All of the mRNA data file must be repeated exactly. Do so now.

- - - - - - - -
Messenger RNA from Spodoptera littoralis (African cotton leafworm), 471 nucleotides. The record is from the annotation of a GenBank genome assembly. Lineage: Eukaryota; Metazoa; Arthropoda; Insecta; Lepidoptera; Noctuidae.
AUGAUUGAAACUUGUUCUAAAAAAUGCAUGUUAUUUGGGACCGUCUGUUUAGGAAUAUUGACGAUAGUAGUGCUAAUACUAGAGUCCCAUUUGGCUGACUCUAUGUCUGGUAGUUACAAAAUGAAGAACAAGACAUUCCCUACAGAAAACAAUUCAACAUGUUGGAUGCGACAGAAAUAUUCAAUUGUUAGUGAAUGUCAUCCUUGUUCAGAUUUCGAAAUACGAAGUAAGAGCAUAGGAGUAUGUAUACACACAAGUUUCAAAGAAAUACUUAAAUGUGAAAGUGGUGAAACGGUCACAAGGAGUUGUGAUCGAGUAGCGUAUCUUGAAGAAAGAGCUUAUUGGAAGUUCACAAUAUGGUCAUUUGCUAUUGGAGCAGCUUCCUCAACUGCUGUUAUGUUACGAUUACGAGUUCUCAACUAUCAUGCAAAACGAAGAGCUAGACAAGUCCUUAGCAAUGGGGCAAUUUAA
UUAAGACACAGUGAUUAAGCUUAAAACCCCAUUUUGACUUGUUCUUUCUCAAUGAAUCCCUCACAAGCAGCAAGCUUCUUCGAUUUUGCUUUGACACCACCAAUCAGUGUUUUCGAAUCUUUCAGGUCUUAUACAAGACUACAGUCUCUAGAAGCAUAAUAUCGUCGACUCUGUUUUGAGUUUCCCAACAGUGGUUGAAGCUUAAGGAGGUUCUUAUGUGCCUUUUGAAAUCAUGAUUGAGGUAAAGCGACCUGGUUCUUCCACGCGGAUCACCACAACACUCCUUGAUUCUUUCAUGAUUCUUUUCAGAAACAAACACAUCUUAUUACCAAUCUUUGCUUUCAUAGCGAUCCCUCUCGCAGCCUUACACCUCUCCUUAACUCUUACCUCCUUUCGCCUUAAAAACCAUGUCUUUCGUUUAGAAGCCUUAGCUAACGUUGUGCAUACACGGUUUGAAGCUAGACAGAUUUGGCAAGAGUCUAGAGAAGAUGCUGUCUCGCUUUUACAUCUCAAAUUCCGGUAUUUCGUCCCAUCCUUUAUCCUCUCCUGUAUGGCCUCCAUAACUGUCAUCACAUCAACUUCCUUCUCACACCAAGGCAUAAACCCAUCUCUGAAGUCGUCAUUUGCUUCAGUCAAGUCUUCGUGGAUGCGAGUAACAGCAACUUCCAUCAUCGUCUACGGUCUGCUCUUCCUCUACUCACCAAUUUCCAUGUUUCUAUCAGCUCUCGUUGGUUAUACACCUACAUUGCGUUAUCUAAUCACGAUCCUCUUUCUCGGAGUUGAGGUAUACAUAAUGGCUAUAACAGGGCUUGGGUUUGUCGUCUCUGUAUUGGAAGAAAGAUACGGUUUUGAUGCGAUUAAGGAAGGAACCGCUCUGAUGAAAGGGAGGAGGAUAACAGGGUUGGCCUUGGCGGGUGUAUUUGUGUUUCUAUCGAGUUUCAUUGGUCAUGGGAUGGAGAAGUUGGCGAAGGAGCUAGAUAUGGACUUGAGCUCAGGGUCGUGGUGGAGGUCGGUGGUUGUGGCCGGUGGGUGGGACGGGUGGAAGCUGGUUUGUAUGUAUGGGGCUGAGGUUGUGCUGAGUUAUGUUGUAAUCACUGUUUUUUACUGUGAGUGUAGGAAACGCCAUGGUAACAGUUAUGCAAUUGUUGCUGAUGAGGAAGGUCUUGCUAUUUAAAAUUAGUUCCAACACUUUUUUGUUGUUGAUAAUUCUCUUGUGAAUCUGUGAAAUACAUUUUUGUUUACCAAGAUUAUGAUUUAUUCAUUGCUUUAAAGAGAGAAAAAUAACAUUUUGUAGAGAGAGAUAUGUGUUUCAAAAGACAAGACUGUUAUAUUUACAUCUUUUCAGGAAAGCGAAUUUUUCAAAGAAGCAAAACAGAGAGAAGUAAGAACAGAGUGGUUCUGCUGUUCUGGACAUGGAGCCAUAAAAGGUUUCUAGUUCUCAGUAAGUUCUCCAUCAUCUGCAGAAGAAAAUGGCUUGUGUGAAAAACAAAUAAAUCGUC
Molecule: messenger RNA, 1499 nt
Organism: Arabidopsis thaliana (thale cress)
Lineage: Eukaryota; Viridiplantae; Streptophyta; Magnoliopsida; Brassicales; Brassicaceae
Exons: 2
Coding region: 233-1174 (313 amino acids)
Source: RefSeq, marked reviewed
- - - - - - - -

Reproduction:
Messenger RNA from Spodoptera littoralis (African cotton leafworm), 471 nucleotides. The record is from the annotation of a GenBank genome assembly. Lineage: Eukaryota; Metazoa; Arthropoda; Insecta; Lepidoptera; Noctuidae.
AUGAUUGAAACUUGUUCUAAAAAAUGCAUGUUAUUUGGGACCGUCUGUUUAGGAAUAUUGACGAUAGUAGUGCUAAUACUAGAGUCCCAUUUGGCUGACUCUAUGUCUGGUAGUUACAAAAUGAAGAACAAGACAUUCCCUACAGAAAACAAUUCAACAUGUUGGAUGCGACAGAAAUAUUCAAUUGUUAGUGAAUGUCAUCCUUGUUCAGAUUUCGAAAUACGAAGUAAGAGCAUAGGAGUAUGUAUACACACAAGUUUCAAAGAAAUACUUAAAUGUGAAAGUGGUGAAACGGUCACAAGGAGUUGUGAUCGAGUAGCGUAUCUUGAAGAAAGAGCUUAUUGGAAGUUCACAAUAUGGUCAUUUGCUAUUGGAGCAGCUUCCUCAACUGCUGUUAUGUUACGAUUACGAGUUCUCAACUAUCAUGCAAAACGAAGAGCUAGACAAGUCCUUAGCAAUGGGGCAAUUUAA
UUAAGACACAGUGAUUAAGCUUAAAACCCCAUUUUGACUUGUUCUUUCUCAAUGAAUCCCUCACAAGCAGCAAGCUUCUUCGAUUUUGCUUUGACACCACCAAUCAGUGUUUUCGAAUCUUUCAGGUCUUAUACAAGACUACAGUCUCUAGAAGCAUAAUAUCGUCGACUCUGUUUUGAGUUUCCCAACAGUGGUUGAAGCUUAAGGAGGUUCUUAUGUGCCUUUUGAAAUCAUGAUUGAGGUAAAGCGACCUGGUUCUUCCACGCGGAUCACCACAACACUCCUUGAUUCUUUCAUGAUUCUUUUCAGAAACAAACACAUCUUAUUACCAAUCUUUGCUUUCAUAGCGAUCCCUCUCGCAGCCUUACACCUCUCCUUAACUCUUACCUCCUUUCGCCUUAAAAACCAUGUCUUUCGUUUAGAAGCCUUAGCUAACGUUGUGCAUACACGGUUUGAAGCUAGACAGAUUUGGCAAGAGUCUAGAGAAGAUGCUGUCUCGCUUUUACAUCUCAAAUUCCGGUAUUUCGUCCCAUCCUUUAUCCUCUCCUGUAUGGCCUCCAUAACUGUCAUCACAUCAACUUCCUUCUCACACCAAGGCAUAAACCCAUCUCUGAAGUCGUCAUUUGCUUCAGUCAAGUCUUCGUGGAUGCGAGUAACAGCAACUUCCAUCAUCGUCUACGGUCUGCUCUUCCUCUACUCACCAAUUUCCAUGUUUCUAUCAGCUCUCGUUGGUUAUACACCUACAUUGCGUUAUCUAAUCACGAUCCUCUUUCUCGGAGUUGAGGUAUACAUAAUGGCUAUAACAGGGCUUGGGUUUGUCGUCUCUGUAUUGGAAGAAAGAUACGGUUUUGAUGCGAUUAAGGAAGGAACCGCUCUGAUGAAAGGGAGGAGGAUAACAGGGUUGGCCUUGGCGGGUGUAUUUGUGUUUCUAUCGAGUUUCAUUGGUCAUGGGAUGGAGAAGUUGGCGAAGGAGCUAGAUAUGGACUUGAGCUCAGGGUCGUGGUGGAGGUCGGUGGUUGUGGCCGGUGGGUGGGACGGGUGGAAGCUGGUUUGUAUGUAUGGGGCUGAGGUUGUGCUGAGUUAUGUUGUAAUCACUGUUUUUUACUGUGAGUGUAGGAAACGCCAUGGUAACAGUUAUGCAAUUGUUGCUGAUGAGGAAGGUCUUGCUAUUUAAAAUUAGUUCCAACACUUUUUUGUUGUUGAUAAUUCUCUUGUGAAUCUGUGAAAUACAUUUUUGUUUACCAAGAUUAUGAUUUAUUCAUUGCUUUAAAGAGAGAAAAAUAACAUUUUGUAGAGAGAGAUAUGUGUUUCAAAAGACAAGACUGUUAUAUUUACAUCUUUUCAGGAAAGCGAAUUUUUCAAAGAAGCAAAACAGAGAGAAGUAAGAACAGAGUGGUUCUGCUGUUCUGGACAUGGAGCCAUAAAAGGUUUCUAGUUCUCAGUAAGUUCUCCAUCAUCUGCAGAAGAAAAUGGCUUGUGUGAAAAACAAAUAAAUCGUC
Molecule: messenger RNA, 1499 nt
Organism: Arabidopsis thaliana (thale cress)
Lineage: Eukaryota; Viridiplantae; Streptophyta; Magnoliopsida; Brassicales; Brassicaceae
Exons: 2
Coding region: 233-1174 (313 amino acids)
Source: RefSeq, marked reviewed